Telling the Story of Sir Walter Scott’s First Love for Scotland’s Year of Stories

Alasdair Hutton helps tell the tale of Sir Walter Scott's first love in a new video from Visit Kelso community group.

In celebration of Scotland’s Year of Stories, a specially commissioned video is being released by community group, Visit Kelso, to tell the story of Sir Walter Scott’s first love.

Scott, who is best known for his connection to Abbotsford, spent time throughout his childhood with his relatives at Rosebank in Kelso. During one of these stays, when Scott was about 16 years old, he fell in love for the first time, with a Kelso lassie known only as Jessie, and began writing her letters and poems.

Even from a young age, Scott demonstrated his superior skills as a wordsmith – when attempting to woo Jessie, he wrote: “Lassie, can you love me weel/ Ask your heart and answer true/ Doth that gentle bosom feel/ Love for one who loveth you?” Unfortunately for Scott, Jessie did not return the affection, and he subsequently penned: “To Roxburgh’s crumbling walls I hie/ Or to the ruined Abbey fly/ Seeking mid relics of the past/ The pleasures they once round me cast/ But monuments of days of yore,/ I find can int’rest me no more/ The more I seek the more I see,/ The more I long to be with thee.” Kelso’s iconic landmarks were central to Scott’s outpouring of heartbreak.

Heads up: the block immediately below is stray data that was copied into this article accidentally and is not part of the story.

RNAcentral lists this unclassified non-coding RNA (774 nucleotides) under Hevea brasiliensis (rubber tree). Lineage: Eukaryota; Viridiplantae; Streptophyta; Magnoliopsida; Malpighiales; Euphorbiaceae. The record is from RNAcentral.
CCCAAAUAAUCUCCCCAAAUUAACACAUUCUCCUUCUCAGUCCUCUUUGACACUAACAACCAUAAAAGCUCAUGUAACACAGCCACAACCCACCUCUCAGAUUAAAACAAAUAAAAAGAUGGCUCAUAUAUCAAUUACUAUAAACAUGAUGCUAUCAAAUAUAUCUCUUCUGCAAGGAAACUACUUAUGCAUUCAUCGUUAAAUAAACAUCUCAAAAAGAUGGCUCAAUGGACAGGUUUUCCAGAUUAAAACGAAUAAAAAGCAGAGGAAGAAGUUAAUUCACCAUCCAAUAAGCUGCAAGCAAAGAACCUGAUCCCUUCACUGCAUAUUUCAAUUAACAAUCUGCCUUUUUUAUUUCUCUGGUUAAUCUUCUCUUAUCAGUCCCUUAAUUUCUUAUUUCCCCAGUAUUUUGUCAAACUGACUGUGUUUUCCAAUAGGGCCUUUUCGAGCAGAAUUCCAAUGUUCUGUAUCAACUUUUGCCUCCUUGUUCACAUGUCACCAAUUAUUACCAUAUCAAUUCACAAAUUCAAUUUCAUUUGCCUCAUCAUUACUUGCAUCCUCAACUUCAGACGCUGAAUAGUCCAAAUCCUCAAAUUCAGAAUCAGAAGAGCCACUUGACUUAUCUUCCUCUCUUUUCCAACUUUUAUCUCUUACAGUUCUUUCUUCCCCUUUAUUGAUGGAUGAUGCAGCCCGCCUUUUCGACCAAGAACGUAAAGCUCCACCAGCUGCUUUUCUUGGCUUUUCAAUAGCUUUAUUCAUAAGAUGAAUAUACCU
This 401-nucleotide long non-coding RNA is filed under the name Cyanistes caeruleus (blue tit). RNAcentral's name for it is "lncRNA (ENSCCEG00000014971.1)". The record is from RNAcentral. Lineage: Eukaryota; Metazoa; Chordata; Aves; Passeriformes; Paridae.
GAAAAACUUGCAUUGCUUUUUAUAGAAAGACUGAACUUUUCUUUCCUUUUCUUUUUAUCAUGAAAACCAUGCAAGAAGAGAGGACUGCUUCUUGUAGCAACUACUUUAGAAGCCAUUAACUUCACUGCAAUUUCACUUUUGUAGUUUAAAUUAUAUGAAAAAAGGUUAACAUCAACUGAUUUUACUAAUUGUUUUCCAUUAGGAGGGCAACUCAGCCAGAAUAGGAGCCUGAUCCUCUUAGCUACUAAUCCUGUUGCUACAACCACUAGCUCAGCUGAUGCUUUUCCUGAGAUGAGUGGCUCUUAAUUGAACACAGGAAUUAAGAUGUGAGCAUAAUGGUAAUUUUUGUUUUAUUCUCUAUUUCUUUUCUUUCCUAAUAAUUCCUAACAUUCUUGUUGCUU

First of four stories

The story is one of four short films commissioned by Visit Kelso as part of the Visit Scotland Destination and Sector Marketing Fund. The group’s remit is to promote Kelso and the surrounding area, and the project, called Tales frae Kelsae, focusses on telling four lesser-known stories of the town as part of Scotland’s Year of Stories. Chair of Visit Kelso, Tina Newton said: “We are thrilled to be able to tell these wonderful stories of Kelso and the surrounding area, ensuring the town is on the world stage as part of the Year of Stories. What better way to launch the series than with a love story with Sir Walter Scott as the main character for a change.”

The story of Sir Walter Scott’s first love was put forward by Alasdair Hutton ( pictured above), writer and storyteller, who is also the narrator of all four stories. Alasdair commented: “It is a great honour to help portray Kelso to the wider world having represented it on both the international stage in the European Parliament and the local stage as Convener of Scottish Borders Council. Sir Walter Scott called Kelso the most beautiful, if not the most romantic village in Scotland and it still is Scotland’s bonniest town.”

Visit Kelso will release three further Tales frae Kelsae over the coming months; James Douglas and the Taking of Roxburgh Caste, Freddie the Wonder Horse, and Kelso Abbey’s Commercial Monks.

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